After Riley (Kaitlyn Dias) has a stressful move from Minnesota to San Francisco, it’s up to her emotions—Joy (Amy Poehler), Fear (Bill Hader), Sadness (Phyllis Smith), Disgust (Mindy Kaling), and Anger (Lewis Black)—to figure out how to make her happy again.
I sincerely believe that Inside Out is one of Pixar’s greatest films. Not only is the animated work leagues ahead of every other studio out there (which, come on, we all knew that anyway), but Inside Out as a whole is a masterpiece of visual artistry and storytelling.
The science of emotions, how daily memories are logged into long-term memory, where our dreams and subconscious thoughts come from, and even how our personalities are crafted by memories—these are all lofty concepts for a movie targeted at kids. Hell, they’re even complex for most adults I know, including me. Yet Pixar took these concepts and explained them through easily understandable visuals and dialogue. From the literal train of thought that chugged through Riley’s head to anthropomorphic characters reflecting her core emotions (joy, sadness, fear, disgust, and anger), Pixar gave us the funniest and most heartfelt science lesson ever.
Even though this movie is targeted at kids (as a way to get them to talk about their feelings, which is brilliant), there are a lot of details adults in particular will pick up on. Like how each human character had a different controlling emotion. For example, Riley was born with Joy as her first and leading emotion while her mother’s lead emotion was Sadness and her father’s lead emotion was Anger. And if you recall correctly, her parents always said they were lucky to get such a happy little girl. Yeah, that’s because they started life with Sadness and Anger, so now we’re starting to dig into the genetic side of personality development and psychology (Holy balls, this is deep).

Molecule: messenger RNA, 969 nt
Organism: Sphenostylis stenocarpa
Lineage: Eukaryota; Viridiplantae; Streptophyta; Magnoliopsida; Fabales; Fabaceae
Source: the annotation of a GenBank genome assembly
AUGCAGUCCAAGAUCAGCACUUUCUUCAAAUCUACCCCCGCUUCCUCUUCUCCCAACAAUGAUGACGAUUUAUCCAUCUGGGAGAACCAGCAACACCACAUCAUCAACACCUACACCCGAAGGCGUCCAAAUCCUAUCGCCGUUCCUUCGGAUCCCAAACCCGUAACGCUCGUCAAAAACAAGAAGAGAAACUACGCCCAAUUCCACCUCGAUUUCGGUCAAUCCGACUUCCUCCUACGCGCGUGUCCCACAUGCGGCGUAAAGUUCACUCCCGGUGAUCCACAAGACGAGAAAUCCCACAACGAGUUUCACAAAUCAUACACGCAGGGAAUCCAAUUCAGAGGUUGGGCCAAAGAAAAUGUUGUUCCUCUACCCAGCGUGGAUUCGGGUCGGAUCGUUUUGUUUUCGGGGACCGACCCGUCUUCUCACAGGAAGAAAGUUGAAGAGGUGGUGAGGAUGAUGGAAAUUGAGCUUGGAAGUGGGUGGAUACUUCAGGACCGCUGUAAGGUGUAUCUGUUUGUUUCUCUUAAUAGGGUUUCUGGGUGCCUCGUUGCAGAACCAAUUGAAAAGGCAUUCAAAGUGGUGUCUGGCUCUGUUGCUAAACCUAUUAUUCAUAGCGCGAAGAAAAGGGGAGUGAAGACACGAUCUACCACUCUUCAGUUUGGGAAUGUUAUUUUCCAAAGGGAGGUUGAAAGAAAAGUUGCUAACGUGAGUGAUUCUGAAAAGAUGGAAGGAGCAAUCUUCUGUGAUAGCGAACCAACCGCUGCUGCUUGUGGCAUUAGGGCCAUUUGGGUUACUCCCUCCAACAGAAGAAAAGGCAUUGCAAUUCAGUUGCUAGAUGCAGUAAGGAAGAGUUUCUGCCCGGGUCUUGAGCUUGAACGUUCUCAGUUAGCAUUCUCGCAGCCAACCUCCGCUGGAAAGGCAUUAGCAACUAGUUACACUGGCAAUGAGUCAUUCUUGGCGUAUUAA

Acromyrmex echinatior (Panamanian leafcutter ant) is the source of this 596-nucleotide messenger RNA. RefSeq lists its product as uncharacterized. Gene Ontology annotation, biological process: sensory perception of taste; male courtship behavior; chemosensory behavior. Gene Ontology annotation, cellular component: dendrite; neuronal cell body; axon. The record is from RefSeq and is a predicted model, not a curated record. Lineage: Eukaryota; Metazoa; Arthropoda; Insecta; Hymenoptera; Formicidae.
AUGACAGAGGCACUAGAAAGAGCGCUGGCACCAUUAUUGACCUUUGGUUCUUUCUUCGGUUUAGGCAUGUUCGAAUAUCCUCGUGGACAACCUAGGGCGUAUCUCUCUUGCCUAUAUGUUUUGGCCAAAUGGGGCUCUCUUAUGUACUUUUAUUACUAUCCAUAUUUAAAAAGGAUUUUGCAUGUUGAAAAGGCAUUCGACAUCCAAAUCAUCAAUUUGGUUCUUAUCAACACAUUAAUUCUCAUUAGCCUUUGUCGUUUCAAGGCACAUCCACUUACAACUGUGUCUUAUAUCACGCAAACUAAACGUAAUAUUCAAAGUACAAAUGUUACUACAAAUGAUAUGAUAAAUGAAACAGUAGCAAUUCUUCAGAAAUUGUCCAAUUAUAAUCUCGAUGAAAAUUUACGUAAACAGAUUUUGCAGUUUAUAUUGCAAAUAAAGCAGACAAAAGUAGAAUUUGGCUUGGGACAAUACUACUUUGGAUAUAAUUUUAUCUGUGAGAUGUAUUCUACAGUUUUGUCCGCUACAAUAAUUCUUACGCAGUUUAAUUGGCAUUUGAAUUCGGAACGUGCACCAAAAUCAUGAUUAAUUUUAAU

Or what about when Joy and Sadness disappeared with the core memories (all joyful, by the way) into Riley’s long-term memory, leaving Riley to feel nothing but Disgust, Anger, and Fear, which then led to the crumbling of the foundations of her personality. Hello, this is a metaphor for depression and anxiety. Anyone who’s experienced depression (Hey, yeah, that’s me) can tell you that this is exactly what it’s like. You might have different emotions disappear, but the result is the same—you don’t feel like you, your reactions to things that should make you happy are now angry or fearful, and you don’t even know who you are because your foundation is lost.
In case that’s not enough to show you how brilliant and inwardly-reflected this movie is, then I’ll give you this last point. At the end of the film, Joy realizes that not every memory can be one emotion; they’re often a combination of multiple feelings. Sometimes, they’re happy and sad. Or angry and fearful. Or sad and disgusted. Basically, the older you get, the more complex your memories are. That’s why Riley’s personality ended up being more complicated—because she had more core memories with mixed emotions directing her.
And now you know why I may or may not have shed a few tears during this movie (Okay, I definitely did because freaking Pixar).
Overall, Inside Out is one of the deepest, most beautiful animated films I’ve seen in recent years. It tackles the complexity of emotions and personality with fun, easy-to-understand visuals, and it’s aided by the awesome voice work of major comedians. Well done, Pixar.
Inside Out: A+
For my radio review of Inside Out on “Pat & JT in the Morning,” visit this link (starts around the 27:08 mark).